Investigating Misophonia: A Review of the Empirical Literature, Clinical Implications, and a Research Agenda
Misophonia is a neurobehavioral syndrome phenotypically characterized by heightened autonomic nervous system arousal and negative emotional reactivity (e. g., irritation, anger, anxiety) in response to a decreased tolerance for specific sounds. The aims of this review are to (a) characterize the current state of the field of research on misophonia, (b) highlight what can be inferred from the small research literature to inform treatment of individuals with misophonia, and (c) outline an agenda for research on this topic. We extend previous reviews on this topic by critically reviewing the research investigating mechanisms of misophonia and differences between misophonia and other conditions. In addition, we integrate this small but growing literature with basic and applied research from other literatures in a cross-disciplinary manner.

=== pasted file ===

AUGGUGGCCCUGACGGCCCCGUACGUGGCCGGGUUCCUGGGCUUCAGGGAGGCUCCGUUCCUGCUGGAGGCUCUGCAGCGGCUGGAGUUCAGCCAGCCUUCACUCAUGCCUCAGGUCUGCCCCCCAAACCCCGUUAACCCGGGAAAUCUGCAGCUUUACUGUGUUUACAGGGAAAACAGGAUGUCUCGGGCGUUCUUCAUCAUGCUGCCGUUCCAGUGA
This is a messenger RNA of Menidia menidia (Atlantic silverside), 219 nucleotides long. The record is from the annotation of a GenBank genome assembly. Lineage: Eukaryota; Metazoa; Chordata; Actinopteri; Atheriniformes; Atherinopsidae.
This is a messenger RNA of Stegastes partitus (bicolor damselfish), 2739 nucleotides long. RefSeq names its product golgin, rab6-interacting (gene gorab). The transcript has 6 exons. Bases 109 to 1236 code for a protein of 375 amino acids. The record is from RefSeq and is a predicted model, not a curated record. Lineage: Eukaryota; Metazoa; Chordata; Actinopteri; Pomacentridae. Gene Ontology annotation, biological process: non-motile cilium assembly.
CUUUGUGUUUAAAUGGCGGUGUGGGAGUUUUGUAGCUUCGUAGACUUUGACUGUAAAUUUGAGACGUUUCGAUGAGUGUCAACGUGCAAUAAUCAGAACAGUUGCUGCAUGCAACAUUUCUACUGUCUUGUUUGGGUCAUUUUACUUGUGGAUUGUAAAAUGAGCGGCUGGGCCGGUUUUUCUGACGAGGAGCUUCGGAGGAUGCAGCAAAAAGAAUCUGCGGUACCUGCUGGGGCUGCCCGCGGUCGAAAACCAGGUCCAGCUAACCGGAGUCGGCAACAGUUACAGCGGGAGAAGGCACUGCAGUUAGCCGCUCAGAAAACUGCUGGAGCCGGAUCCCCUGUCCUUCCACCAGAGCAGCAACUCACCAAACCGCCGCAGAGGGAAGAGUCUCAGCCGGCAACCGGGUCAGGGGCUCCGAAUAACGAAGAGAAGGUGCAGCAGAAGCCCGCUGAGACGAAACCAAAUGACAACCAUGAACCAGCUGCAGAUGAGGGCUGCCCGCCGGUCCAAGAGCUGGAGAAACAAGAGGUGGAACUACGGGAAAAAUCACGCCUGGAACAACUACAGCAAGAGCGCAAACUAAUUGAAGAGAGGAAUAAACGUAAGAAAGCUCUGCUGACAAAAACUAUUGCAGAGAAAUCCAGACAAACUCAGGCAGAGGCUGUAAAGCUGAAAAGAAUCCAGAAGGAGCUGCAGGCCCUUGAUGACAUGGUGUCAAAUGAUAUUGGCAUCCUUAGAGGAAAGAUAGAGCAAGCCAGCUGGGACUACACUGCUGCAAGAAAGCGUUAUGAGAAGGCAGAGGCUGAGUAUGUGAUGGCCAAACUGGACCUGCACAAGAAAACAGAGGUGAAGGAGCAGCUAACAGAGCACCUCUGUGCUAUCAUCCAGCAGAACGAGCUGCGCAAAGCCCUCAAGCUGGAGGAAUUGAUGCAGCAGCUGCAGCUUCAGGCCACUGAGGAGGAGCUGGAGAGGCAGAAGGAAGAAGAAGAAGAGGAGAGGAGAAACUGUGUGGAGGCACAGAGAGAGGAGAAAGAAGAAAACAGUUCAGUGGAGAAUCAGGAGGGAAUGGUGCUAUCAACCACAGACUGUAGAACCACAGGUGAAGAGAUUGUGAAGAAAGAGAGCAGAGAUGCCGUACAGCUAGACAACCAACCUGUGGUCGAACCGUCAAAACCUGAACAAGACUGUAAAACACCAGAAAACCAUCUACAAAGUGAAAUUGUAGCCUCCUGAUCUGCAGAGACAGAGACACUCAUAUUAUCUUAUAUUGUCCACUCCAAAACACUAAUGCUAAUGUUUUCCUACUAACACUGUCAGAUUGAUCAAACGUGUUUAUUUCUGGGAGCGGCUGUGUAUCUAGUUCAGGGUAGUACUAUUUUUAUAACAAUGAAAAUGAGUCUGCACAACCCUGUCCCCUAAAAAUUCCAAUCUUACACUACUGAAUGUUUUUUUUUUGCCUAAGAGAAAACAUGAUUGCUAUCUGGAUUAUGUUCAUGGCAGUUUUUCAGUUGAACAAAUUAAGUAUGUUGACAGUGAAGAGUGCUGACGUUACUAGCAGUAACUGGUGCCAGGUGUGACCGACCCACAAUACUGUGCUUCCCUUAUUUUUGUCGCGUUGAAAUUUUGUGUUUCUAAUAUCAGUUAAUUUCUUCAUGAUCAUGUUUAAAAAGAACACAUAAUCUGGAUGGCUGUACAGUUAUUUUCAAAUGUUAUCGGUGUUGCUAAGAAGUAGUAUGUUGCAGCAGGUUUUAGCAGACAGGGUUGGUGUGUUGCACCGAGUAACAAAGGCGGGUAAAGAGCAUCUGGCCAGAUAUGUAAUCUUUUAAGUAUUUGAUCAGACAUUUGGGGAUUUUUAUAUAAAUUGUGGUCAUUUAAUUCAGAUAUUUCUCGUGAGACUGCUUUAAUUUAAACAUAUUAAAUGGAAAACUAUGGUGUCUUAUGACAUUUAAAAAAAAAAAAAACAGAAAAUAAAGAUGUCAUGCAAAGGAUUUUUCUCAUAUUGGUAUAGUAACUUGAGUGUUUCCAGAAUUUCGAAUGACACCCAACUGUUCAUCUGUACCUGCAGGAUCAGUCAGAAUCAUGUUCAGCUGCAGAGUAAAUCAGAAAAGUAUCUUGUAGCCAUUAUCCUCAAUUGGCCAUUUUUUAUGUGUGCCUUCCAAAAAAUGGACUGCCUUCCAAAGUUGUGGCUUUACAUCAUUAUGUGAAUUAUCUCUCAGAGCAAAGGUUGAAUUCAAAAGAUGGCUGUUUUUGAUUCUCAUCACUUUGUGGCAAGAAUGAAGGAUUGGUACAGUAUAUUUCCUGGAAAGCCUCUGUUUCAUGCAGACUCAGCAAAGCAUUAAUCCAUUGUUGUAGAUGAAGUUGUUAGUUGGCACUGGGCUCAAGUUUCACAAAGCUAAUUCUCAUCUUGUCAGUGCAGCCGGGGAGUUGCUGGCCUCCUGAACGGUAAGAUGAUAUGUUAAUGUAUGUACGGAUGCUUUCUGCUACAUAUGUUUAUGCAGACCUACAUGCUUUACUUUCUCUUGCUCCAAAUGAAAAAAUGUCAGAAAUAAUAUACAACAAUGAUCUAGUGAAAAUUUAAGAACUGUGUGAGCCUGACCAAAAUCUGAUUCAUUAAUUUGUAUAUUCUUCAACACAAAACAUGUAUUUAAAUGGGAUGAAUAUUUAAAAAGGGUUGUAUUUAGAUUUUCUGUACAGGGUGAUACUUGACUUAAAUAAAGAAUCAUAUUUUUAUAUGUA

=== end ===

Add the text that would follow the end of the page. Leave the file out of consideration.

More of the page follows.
If you are a researcher affiliated with an institution, interested in learning more about this study please contact Dr. Brout of the International Misophonia Research Network.
Misophonia International would like to extend a special thanks to the members of the IMRN that contributed to this study. It is because of their tireless work that research is moving forward.
Want to learn more? Join a Workshop with Dr. Jennifer Brout or Duke CMER at Misophonia Education.